Title: Lessons in French: A Novel
Author: Hilary Reyl
Publisher: Simon and Schuster
It’s 1989, the Berlin Wall is coming down, and Kate has just graduated from Yale, eager to pursue her dreams as a fledgling painter. When she receives a job offer to work as the assistant to Lydia Schell, a famous American photographer in Paris, she immediately accepts. It’s a chance not only to be at the center of it all, but also to return to France for the first time since she was a lonely nine-year-old girl, sent to the outskirts of Paris to live with cousins while her father was dying. Kate may speak fluent French, but she arrives at the Schell household in the fashionable Sixth Arrondissement both dazzled and wildly impressionable. She finds herself surrounded by a seductive cast of characters, including the bright, pretentious Schells, with whom she boards, and their assortment of famous friends; Kate’s own flamboyant cousin; a fellow Yalie who seems to have it all figured out; and a bande of independently wealthy young men with royal lineage. As Kate rediscovers Paris and her roots there, while trying to fit into Lydia’s glamorous and complicated family, she begins to question the kindness of the people to whom she is so drawn as well as her own motives for wanting them to love her.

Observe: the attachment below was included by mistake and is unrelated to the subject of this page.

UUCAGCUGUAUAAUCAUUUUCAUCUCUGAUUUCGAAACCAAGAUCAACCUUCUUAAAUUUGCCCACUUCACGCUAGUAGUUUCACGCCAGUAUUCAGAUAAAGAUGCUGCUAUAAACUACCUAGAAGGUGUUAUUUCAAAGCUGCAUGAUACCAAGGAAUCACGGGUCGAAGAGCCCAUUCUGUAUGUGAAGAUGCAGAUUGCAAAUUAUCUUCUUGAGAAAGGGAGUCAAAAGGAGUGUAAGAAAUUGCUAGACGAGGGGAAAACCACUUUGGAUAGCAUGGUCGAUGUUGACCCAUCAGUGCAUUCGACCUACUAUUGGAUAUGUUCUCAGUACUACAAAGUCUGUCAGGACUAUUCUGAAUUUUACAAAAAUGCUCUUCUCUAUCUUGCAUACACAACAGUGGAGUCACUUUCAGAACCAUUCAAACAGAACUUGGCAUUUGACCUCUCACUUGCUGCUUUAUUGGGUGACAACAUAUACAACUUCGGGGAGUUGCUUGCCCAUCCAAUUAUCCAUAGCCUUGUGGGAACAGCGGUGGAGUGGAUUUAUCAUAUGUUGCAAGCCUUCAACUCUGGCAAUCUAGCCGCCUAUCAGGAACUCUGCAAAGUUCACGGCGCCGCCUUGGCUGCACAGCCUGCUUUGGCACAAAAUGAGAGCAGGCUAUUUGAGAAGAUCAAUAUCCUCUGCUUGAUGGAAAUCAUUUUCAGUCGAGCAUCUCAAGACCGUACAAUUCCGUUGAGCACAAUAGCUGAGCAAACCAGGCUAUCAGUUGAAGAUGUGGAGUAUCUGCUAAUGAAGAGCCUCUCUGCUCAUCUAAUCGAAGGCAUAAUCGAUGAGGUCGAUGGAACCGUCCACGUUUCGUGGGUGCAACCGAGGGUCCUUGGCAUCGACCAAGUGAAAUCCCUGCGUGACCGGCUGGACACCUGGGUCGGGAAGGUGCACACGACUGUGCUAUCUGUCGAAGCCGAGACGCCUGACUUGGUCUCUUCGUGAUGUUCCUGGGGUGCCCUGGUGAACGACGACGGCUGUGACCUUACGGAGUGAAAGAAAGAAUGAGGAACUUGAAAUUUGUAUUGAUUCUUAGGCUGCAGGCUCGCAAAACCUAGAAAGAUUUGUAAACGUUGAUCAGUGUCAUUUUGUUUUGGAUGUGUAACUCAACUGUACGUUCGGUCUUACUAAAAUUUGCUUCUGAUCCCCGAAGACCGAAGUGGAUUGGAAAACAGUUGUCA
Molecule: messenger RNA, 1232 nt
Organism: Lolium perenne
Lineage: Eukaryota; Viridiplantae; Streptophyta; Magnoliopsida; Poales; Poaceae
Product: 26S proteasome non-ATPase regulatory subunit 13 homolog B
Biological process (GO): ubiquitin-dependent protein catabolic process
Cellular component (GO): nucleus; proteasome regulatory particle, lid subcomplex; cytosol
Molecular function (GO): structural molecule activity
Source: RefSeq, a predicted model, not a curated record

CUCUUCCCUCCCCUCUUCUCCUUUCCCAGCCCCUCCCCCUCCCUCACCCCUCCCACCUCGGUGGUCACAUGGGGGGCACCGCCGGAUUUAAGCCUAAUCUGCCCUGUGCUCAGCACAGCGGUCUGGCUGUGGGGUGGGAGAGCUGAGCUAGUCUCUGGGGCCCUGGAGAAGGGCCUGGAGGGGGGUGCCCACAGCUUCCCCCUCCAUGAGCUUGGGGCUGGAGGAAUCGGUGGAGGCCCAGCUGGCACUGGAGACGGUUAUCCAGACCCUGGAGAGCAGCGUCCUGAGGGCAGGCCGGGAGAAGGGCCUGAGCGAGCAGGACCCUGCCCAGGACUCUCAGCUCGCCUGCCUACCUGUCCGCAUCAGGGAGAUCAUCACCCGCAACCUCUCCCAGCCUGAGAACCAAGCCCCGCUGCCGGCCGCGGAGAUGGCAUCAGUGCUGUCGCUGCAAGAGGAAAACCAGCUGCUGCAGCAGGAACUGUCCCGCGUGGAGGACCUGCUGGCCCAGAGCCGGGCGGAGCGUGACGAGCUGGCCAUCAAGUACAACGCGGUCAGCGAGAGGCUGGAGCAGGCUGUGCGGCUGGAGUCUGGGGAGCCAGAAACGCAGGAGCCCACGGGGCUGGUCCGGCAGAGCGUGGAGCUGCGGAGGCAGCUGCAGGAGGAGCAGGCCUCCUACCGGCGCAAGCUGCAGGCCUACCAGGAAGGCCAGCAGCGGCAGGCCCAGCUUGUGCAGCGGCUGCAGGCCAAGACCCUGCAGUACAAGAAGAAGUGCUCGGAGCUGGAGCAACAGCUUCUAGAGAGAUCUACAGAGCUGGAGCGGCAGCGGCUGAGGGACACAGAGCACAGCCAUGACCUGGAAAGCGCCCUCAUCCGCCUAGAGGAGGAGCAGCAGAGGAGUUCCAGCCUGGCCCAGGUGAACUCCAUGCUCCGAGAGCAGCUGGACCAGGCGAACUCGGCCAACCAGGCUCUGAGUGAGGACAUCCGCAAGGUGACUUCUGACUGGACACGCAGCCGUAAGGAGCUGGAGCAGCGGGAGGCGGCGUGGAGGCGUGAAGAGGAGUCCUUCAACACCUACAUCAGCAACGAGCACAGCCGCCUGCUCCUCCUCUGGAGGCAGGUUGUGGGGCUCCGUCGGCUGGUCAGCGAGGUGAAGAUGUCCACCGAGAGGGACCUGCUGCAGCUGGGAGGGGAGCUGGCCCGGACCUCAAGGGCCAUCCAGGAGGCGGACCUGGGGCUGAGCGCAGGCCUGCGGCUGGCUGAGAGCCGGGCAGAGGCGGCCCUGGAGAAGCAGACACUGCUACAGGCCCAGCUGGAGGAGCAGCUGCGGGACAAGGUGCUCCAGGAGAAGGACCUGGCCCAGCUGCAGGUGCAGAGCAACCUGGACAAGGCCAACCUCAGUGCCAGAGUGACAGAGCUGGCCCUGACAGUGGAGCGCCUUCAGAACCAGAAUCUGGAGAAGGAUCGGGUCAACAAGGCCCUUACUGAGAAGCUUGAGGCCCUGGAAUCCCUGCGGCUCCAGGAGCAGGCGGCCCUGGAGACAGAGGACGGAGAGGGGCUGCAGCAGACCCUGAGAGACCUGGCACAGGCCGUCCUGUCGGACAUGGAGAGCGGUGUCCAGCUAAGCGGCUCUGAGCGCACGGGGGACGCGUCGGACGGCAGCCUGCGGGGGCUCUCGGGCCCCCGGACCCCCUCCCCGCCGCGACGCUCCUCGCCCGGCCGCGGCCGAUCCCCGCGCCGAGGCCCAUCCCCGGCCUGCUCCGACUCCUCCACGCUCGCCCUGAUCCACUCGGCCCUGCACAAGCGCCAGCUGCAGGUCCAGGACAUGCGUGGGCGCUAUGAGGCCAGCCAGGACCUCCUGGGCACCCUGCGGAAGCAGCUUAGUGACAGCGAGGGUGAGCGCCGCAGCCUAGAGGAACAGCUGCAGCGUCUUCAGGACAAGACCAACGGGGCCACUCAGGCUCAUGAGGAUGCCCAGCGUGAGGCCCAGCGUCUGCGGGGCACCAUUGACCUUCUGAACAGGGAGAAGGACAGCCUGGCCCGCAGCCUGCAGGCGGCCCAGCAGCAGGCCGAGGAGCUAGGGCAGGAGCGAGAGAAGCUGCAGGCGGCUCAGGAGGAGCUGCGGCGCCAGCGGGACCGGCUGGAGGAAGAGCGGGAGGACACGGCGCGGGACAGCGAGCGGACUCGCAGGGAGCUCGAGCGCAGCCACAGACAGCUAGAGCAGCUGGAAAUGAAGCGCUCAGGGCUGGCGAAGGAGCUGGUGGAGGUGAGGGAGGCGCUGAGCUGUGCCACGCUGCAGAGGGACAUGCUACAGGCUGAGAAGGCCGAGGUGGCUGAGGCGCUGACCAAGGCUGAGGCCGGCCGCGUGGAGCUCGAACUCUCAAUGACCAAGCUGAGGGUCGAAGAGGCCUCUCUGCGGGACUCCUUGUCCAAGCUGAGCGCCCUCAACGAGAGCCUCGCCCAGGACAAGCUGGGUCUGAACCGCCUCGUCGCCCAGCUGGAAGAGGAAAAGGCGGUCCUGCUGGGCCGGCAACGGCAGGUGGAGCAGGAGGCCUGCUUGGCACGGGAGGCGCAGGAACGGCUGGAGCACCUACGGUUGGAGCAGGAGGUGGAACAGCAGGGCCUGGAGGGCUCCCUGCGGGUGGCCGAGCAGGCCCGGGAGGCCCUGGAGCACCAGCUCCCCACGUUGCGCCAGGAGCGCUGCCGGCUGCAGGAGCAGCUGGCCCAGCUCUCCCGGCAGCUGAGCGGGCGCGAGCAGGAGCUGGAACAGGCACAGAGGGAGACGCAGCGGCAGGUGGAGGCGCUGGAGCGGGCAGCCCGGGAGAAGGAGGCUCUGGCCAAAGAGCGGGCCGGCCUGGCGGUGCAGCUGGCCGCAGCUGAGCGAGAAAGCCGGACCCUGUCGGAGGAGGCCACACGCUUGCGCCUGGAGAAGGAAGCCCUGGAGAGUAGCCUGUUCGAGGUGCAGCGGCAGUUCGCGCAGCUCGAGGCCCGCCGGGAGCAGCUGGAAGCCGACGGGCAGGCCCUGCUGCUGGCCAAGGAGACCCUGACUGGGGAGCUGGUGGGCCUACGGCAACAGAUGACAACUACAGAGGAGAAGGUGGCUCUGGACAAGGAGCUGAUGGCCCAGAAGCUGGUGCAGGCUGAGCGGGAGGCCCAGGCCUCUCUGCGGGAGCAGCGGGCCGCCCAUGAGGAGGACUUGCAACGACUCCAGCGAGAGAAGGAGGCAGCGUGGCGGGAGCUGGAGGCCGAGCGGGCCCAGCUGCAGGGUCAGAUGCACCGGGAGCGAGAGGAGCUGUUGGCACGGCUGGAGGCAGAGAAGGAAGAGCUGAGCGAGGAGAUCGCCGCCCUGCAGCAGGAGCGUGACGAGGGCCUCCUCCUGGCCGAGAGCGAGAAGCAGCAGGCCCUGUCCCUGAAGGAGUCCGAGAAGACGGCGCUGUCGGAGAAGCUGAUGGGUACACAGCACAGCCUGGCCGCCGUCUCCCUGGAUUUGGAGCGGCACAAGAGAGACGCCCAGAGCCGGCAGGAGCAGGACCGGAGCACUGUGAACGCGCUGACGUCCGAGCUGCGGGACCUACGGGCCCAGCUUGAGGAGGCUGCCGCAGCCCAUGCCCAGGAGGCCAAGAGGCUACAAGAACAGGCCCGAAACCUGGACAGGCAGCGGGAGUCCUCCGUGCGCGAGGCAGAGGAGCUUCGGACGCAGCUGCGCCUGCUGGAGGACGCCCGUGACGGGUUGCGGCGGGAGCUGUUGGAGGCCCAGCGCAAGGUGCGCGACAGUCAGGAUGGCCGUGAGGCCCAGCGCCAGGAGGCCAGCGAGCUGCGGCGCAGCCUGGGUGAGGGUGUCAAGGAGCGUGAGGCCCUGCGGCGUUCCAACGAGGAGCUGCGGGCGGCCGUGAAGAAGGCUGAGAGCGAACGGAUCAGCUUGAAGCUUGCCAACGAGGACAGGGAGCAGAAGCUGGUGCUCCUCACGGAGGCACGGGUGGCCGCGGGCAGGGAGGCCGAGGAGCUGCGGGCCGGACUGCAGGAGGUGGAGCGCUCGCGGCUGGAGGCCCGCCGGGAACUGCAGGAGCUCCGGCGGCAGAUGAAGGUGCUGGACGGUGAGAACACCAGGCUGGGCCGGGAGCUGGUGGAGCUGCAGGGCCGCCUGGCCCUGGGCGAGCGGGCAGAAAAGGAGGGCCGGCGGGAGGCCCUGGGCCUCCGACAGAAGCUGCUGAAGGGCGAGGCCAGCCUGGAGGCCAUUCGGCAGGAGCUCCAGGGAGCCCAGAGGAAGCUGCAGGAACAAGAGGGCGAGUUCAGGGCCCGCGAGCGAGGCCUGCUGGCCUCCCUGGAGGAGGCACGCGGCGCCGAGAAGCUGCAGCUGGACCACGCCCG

This is one of the most interesting books I've read in a long time. It's not a YA fiction, which was a change of pace for me, it's more of a memoir. The story is extremely accessible and will appeal to anyone in their late teens/early twenties, in those "coming of age/finding yourself" years. The struggle of the main character, Kate, as she comes into her own, reconciles her life and family and discovers who she wants to be is very realistic and makes for a well-paced, very well-told story. And it's all set in Paris, and who can go wrong with Paris? Pain Au Chocolate! Crepes! Butter! Le sigh. Culinary drooling over. (This book is not really about the food.) The setting of the plot firmly in the eighties is a huge win for this book. The details (fashion, jewelery, the rise of certain diseases, etc) are perfect and Kate's employers are the perfect type of eccentric/crazy people to offset the issues of the day (fall of the Berlin wall) and "intellectual" world Kate is trying to break into.
I'm really happy with this book. I love that Kate didn't take the easy way out, not ever. I'm glad that life and her decisions didn't come easy. Because that whole phase of life when you figure yourself out is full of large, difficult, unsettling decisions. Not that Kate's experience was bad, it was probably the best thing she could have done, and the best things in life are often on the far side of difficult times.